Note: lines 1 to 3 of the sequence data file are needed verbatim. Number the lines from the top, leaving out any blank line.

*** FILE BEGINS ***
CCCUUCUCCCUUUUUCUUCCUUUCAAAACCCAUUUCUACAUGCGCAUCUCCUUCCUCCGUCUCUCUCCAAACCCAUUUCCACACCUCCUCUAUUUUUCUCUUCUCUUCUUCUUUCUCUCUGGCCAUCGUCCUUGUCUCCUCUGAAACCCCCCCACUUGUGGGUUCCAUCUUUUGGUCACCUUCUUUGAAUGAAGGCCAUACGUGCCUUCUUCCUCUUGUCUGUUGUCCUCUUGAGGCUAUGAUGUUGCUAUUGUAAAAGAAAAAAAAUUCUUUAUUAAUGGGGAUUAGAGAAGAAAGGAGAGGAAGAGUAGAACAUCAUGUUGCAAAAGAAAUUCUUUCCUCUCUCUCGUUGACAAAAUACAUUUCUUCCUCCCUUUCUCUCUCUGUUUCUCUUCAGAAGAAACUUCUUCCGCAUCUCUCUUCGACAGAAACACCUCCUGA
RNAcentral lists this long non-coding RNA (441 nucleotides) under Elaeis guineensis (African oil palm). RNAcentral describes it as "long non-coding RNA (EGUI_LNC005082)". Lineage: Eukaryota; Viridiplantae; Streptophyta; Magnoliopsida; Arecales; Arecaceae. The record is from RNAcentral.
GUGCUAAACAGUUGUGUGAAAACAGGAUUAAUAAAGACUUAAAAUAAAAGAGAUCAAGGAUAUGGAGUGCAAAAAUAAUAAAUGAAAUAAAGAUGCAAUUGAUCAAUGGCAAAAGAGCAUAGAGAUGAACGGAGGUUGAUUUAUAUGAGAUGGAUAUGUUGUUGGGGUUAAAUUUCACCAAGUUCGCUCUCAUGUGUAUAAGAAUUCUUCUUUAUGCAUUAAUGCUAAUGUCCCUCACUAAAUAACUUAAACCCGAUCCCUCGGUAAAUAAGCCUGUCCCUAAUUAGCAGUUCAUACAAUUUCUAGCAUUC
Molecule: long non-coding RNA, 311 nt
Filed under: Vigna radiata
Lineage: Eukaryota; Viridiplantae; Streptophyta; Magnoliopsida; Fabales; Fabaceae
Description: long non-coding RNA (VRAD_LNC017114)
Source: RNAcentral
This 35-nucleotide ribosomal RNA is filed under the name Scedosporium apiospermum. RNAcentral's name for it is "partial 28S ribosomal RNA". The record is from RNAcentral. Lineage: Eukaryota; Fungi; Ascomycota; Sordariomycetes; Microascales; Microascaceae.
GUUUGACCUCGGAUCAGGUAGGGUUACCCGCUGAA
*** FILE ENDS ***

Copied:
CCCUUCUCCCUUUUUCUUCCUUUCAAAACCCAUUUCUACAUGCGCAUCUCCUUCCUCCGUCUCUCUCCAAACCCAUUUCCACACCUCCUCUAUUUUUCUCUUCUCUUCUUCUUUCUCUCUGGCCAUCGUCCUUGUCUCCUCUGAAACCCCCCCACUUGUGGGUUCCAUCUUUUGGUCACCUUCUUUGAAUGAAGGCCAUACGUGCCUUCUUCCUCUUGUCUGUUGUCCUCUUGAGGCUAUGAUGUUGCUAUUGUAAAAGAAAAAAAAUUCUUUAUUAAUGGGGAUUAGAGAAGAAAGGAGAGGAAGAGUAGAACAUCAUGUUGCAAAAGAAAUUCUUUCCUCUCUCUCGUUGACAAAAUACAUUUCUUCCUCCCUUUCUCUCUCUGUUUCUCUUCAGAAGAAACUUCUUCCGCAUCUCUCUUCGACAGAAACACCUCCUGA
RNAcentral lists this long non-coding RNA (441 nucleotides) under Elaeis guineensis (African oil palm). RNAcentral describes it as "long non-coding RNA (EGUI_LNC005082)". Lineage: Eukaryota; Viridiplantae; Streptophyta; Magnoliopsida; Arecales; Arecaceae. The record is from RNAcentral.
GUGCUAAACAGUUGUGUGAAAACAGGAUUAAUAAAGACUUAAAAUAAAAGAGAUCAAGGAUAUGGAGUGCAAAAAUAAUAAAUGAAAUAAAGAUGCAAUUGAUCAAUGGCAAAAGAGCAUAGAGAUGAACGGAGGUUGAUUUAUAUGAGAUGGAUAUGUUGUUGGGGUUAAAUUUCACCAAGUUCGCUCUCAUGUGUAUAAGAAUUCUUCUUUAUGCAUUAAUGCUAAUGUCCCUCACUAAAUAACUUAAACCCGAUCCCUCGGUAAAUAAGCCUGUCCCUAAUUAGCAGUUCAUACAAUUUCUAGCAUUC